Photo courtesy of John Schneff
This article is provided courtesy of Oregon State Parks.
Knowing where and how to bring your favorite four-legged friend with you on adventures can sometimes be a little tricky. Not all parks allow pets (think national parks), and those that do may have little to no signage. So what’s a dog owner to do? Well, with a good amount of common sense and a lot of respect for mother nature and your fellow beachgoers, the experience can be fun for everyone. We’ve put together some do’s and don’ts for taking Fido to splash in the waves on the beautiful Oregon coast.
Pets are welcome on most ocean beaches in Oregon state parks, and they usually don’t have to be leashed, although they must be under direct control (within sight and responsive to commands). You should have a leash ready in case you’re asked to restrain your pet by a park employee. Follow posted leash regulations for the safety of your pet and for others. When one owner is following the rules and another dog is not, it can lead to unsafe interactions between unfamiliar animals. While you may know that your dog means no harm, the other person does not.
There may also be places where pets are not permitted on some beaches or at certain times of the year in order to protect wildlife. Follow posted rules and check www.oregonstateparks.org for updates on restricted beach areas before you go. Respect for nesting wildlife is essential.
Particular attention should be paid to closures and restrictions that protect western snowy plovers and other shorebirds. For migratory species, coastal habitat provides an essential resting spot on journeys that can stretch thousands of miles. If they are disturbed or harassed during these vulnerable periods, it may mean a fatal disruption to the rest of the migration. The threatened western snowy plover’s nesting season extends into mid-September, and the species needs a little space and isolation during that time to successfully thrive from generation to generation. An excited dog romping through the surf and dunes can pose a significant threat to this species, so dogs must always be kept away from these areas.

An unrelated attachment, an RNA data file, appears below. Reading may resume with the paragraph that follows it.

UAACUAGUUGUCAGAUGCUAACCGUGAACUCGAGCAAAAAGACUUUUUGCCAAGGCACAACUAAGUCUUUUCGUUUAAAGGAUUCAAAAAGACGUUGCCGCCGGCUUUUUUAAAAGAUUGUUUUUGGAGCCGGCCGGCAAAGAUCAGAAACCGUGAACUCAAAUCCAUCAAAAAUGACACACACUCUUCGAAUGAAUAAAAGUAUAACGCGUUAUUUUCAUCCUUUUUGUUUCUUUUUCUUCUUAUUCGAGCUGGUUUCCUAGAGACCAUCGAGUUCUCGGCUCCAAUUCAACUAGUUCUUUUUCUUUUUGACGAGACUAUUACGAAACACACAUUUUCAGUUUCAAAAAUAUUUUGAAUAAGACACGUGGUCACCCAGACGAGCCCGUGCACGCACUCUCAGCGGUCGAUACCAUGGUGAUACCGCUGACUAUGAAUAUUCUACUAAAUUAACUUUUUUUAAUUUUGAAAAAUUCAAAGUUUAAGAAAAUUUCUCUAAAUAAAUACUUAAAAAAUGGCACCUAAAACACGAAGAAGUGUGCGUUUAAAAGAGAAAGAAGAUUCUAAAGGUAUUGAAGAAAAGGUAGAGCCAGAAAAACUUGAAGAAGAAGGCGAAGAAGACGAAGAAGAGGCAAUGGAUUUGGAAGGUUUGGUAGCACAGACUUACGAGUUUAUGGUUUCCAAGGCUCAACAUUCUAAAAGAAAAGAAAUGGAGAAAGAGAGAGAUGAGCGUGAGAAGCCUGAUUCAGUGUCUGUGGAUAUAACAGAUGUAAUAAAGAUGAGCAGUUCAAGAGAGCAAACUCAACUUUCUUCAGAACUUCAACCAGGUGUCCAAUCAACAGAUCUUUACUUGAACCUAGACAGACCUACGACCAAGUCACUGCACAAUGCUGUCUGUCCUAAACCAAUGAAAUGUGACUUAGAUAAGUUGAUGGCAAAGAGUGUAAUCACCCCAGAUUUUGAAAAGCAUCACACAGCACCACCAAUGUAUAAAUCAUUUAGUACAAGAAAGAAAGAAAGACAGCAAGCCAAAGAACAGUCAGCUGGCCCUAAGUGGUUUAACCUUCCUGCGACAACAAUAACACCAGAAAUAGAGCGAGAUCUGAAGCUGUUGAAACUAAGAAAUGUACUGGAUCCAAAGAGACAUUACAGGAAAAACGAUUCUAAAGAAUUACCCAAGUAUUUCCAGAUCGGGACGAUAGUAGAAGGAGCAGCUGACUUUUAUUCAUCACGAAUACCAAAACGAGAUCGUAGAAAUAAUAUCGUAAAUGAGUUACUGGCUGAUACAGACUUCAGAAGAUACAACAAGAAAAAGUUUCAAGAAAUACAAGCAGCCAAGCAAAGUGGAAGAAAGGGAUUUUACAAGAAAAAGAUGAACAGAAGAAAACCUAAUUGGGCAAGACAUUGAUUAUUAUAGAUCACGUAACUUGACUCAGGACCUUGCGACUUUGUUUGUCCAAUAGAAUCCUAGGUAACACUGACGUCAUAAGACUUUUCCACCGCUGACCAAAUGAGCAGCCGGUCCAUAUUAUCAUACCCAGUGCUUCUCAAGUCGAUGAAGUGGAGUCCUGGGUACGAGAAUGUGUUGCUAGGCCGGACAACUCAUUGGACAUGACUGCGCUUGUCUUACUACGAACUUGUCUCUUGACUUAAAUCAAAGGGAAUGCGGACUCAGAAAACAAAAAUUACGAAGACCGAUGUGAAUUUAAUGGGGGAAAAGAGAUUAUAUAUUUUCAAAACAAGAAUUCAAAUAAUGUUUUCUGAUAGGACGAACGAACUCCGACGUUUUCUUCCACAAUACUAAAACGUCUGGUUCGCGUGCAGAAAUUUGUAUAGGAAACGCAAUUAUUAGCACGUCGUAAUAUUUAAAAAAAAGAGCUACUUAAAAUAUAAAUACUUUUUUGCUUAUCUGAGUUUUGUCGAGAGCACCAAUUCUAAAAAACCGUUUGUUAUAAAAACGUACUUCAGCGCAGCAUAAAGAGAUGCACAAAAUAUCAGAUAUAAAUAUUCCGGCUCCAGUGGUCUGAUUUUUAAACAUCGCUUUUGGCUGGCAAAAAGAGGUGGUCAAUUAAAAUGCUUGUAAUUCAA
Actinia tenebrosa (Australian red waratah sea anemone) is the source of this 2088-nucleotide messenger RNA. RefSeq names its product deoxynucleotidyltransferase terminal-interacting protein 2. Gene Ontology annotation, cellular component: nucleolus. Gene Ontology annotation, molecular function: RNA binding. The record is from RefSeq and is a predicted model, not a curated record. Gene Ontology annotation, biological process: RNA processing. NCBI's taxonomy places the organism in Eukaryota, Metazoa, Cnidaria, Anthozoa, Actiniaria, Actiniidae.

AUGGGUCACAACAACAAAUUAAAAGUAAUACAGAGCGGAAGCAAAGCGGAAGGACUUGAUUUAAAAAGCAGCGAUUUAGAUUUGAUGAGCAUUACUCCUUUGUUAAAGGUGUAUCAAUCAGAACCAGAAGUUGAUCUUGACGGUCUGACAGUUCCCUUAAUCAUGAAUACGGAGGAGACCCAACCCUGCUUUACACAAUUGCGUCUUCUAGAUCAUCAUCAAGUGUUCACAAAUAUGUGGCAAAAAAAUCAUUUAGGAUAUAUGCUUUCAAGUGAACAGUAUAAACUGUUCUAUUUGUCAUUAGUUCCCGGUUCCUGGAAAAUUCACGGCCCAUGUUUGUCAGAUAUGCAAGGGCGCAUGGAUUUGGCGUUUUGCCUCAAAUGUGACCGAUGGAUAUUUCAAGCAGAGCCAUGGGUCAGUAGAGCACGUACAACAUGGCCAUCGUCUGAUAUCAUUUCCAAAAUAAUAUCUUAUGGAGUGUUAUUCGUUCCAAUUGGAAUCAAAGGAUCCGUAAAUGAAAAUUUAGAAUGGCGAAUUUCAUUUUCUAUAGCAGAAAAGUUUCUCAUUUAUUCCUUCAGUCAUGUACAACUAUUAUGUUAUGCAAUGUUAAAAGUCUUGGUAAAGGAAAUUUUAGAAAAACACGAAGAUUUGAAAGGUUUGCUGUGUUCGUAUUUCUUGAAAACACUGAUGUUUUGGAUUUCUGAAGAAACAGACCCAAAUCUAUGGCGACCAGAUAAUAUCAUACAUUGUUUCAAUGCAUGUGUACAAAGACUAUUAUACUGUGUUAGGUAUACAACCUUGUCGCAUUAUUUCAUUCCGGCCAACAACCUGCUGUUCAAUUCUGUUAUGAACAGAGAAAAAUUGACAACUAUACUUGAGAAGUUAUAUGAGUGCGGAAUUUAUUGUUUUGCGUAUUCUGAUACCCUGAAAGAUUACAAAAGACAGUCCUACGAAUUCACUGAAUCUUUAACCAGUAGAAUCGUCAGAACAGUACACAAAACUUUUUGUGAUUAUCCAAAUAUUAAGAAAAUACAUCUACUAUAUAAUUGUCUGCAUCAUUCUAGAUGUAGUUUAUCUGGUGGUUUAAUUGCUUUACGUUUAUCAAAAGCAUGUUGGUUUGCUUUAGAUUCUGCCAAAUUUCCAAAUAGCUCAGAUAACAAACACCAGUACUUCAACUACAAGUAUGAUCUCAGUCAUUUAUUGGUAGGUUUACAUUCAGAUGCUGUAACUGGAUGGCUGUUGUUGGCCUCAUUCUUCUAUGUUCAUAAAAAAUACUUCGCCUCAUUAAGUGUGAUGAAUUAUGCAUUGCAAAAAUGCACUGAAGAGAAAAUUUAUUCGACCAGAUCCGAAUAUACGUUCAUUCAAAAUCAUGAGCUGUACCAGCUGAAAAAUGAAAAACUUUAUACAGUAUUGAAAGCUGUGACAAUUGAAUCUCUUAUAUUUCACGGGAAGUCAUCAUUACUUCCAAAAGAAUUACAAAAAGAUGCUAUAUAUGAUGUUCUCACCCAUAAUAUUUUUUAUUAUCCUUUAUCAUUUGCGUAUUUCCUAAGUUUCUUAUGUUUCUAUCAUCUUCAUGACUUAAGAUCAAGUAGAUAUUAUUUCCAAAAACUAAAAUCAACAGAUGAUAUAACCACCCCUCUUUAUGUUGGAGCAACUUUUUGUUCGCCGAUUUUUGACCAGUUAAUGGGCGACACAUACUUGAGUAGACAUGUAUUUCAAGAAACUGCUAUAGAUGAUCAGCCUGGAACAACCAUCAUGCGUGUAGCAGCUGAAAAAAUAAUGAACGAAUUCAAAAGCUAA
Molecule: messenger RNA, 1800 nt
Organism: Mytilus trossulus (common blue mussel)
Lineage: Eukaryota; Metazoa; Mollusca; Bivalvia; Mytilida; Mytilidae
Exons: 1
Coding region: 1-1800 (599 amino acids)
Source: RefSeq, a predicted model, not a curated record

You’re responsible for picking up after your pet. Always remember to bring a poop-scooper or plastic baggie to pick up any waste. Carry your bag with you so that you can ensure it makes it to the trashcan. Leaving bags for picking up “later” means that a large number get forgotten, creating a mess for other beachgoers. Besides stinky poop, it is also the dog owner’s responsibility to make sure their pet is calm during quiet hours (10 p.m. to 7 a.m.) when in campground settings. In general, you’re responsible for your pet’s behavior at all times, including any noises or aggression. Remember that you’re liable—not the park—if your pet injures someone, so don’t tie them up where they might react defensively to a child or other unsuspecting visitor while you’re away from your site.
Your pet needs to be physically restrained any time you leave an off-leash area or beach, meaning you must be holding them, holding onto their collar, or have them on a leash no longer than six feet. Leashing your pet prevents them from tangling with wild animals or other people’s pets, getting lost, ransacking campground garbage, damaging plant life, or being hit by a car. It also avoids a citation! The exceptions (besides off-leash areas and beaches) are if your pet is inside your vehicle, tent, or pet-friendly yurt or cabin. In these cases, they must be under voice control and within sight. Up to two pets (cats and/or dogs only) are allowed in each pet-friendly yurt or cabin. Call Reservations Northwest (RNW) at 1-800-452-5687 8 a.m. to 5 p.m. Monday through Friday to make reservations as online reservations are not available for pet-friendly facilities.
Unless otherwise specified, pets are not allowed inside park buildings. Of course, exceptions are made for service animals. In keeping with the Americans with Disabilities Act, a service animal is defined as a dog that is trained to do work or perform tasks for the benefit of an individual with a disability. (Providing emotional support or deterring crime are not considered qualifying tasks.) Except under special conditions, like beaches, service animals must also be restrained while in state parks.
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